Dacles lived long enough to be transferred to Asian Hospital and Medical Center in Alabang, but died around 1 a.m. Wednesday, Villacorte said.
Witnesses at the marketplace could not identify the killers, as it was dark and the gunman’s face was covered with what they described as something that most likely was a bandanna, while the motorcycle driver wore a full-face helmet.
Lumanog said the murder of Dacles was proof that he and the four other men who were convicted of the murder of Abadilla were not guilty.
The other four convicts were Cesar Fortuna, Joel de Jesus, Rameses de Jesus and Augusto Santos.
They maintain that they have nothing to do with the murder, although the Supreme Court upheld their conviction in February 2011.
They have since applied for pardon and their application has been approved and endorsed by Justice Secretary Leila de Lima, but it has been sitting in President Aquino’s office since 2011.
Lumanog, who has been confined at the NKTI for two years now, has also asked President Aquino for executive clemency.
“I really don’t understand why the government has been refusing to give us back our freedom when the people who had confessed to planning and carrying out the crime were not arrested and are now dead,” Lumanog said.
Persida Acosta, chief of the Public Attorney’s Office, shared Lumanog’s suspicion that Dacles was murdered over the Abadilla case.
“It’s probable. There’s a great possibility, but I’m not ascertaining it. As we have seen, there are tons of evidence supporting the innocence [of the Abadilla 5],” Acosta said.
With the killing of the confessed gunman, Acosta said the Public Attorney’s Office might consider asking the Supreme Court to reopen the Abadilla case.
For activist priest Fr. Robert Reyes, the killing of Dacles was a “Divine Intervention” for the families of the Abadilla 5.
A supporter of the five convicts, Reyes said the press appeared to have lost interest in the case after these many years.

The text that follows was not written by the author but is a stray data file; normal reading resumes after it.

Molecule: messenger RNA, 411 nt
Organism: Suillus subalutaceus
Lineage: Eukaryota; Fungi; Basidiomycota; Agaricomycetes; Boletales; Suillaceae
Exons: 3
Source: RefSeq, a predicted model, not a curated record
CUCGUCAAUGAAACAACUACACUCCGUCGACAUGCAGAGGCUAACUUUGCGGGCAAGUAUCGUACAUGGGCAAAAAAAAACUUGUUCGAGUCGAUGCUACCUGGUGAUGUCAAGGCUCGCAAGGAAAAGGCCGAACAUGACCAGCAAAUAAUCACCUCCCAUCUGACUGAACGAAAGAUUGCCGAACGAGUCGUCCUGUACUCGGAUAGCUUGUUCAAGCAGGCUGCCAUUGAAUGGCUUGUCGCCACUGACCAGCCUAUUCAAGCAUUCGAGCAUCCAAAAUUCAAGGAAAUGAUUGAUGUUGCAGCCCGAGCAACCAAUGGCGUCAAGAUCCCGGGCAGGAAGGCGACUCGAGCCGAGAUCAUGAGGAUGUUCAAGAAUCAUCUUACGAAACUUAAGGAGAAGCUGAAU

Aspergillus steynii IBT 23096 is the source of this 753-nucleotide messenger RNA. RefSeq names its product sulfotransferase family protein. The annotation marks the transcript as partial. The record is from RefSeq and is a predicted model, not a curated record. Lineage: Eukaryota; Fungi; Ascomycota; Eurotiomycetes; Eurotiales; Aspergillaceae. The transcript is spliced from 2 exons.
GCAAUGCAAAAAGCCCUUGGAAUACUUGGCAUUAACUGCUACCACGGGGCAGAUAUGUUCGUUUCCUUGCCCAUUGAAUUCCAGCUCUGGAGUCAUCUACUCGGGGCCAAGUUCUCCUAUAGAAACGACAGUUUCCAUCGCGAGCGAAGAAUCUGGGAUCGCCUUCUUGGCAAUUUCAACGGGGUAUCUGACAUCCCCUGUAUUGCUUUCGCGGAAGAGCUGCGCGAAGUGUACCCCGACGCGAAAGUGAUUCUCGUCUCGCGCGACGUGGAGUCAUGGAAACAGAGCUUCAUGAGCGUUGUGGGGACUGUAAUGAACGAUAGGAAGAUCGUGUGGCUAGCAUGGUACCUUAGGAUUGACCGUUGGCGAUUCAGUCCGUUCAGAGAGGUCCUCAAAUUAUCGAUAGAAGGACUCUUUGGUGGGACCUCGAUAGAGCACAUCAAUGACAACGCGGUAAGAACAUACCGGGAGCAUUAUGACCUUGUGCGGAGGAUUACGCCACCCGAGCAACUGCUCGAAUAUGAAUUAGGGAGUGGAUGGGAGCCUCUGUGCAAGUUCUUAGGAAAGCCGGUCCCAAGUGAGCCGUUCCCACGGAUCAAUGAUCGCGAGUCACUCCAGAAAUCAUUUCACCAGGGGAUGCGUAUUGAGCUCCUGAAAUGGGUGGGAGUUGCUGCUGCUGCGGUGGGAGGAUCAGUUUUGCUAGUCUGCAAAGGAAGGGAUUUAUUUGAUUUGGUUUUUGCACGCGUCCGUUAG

He said the murder of Dacles should remind President Aquino and the public of the plight of the Abadilla 5 and the injustice that they and their families had been suffering since their arrest 18 years ago.
“God is speaking to us in a strange way. The death of Dacles is God’s way of telling us that life is short and we must do everything that we can do now … to release the ‘Innocent 5’ before more harm is done to others,” he said.
Reyes said the government must conduct a thorough investigation into the real motive for the murder of Dacles.
“Dacles may incriminate certain people and the easiest way to eliminate a possible witness who will lead us to the truth is to silence him,” Reyes said.
“That’s why the government should protect the sources of information about the Abadilla case. If those who have knowledge of this are getting murdered, how will the five get their vindication?” he said.
Reyes urged President Aquino to act immediately on Lumanog’s application for executive clemency and De Lima’s recommendation for the conditional pardon of the four other convicts.
“The pardon has long been delayed. We have written several letters to President Aquino. We don’t understand the delay. All he has to do is sign the release papers and these men will walk out free,” he said.
Lumanog said he and the four other convicts would “never confess to something we never did.”
“We have suffered long enough for a crime we did not commit. I beg President Aquino to allow us to spend the remaining time in our lives with our loved ones,” he said.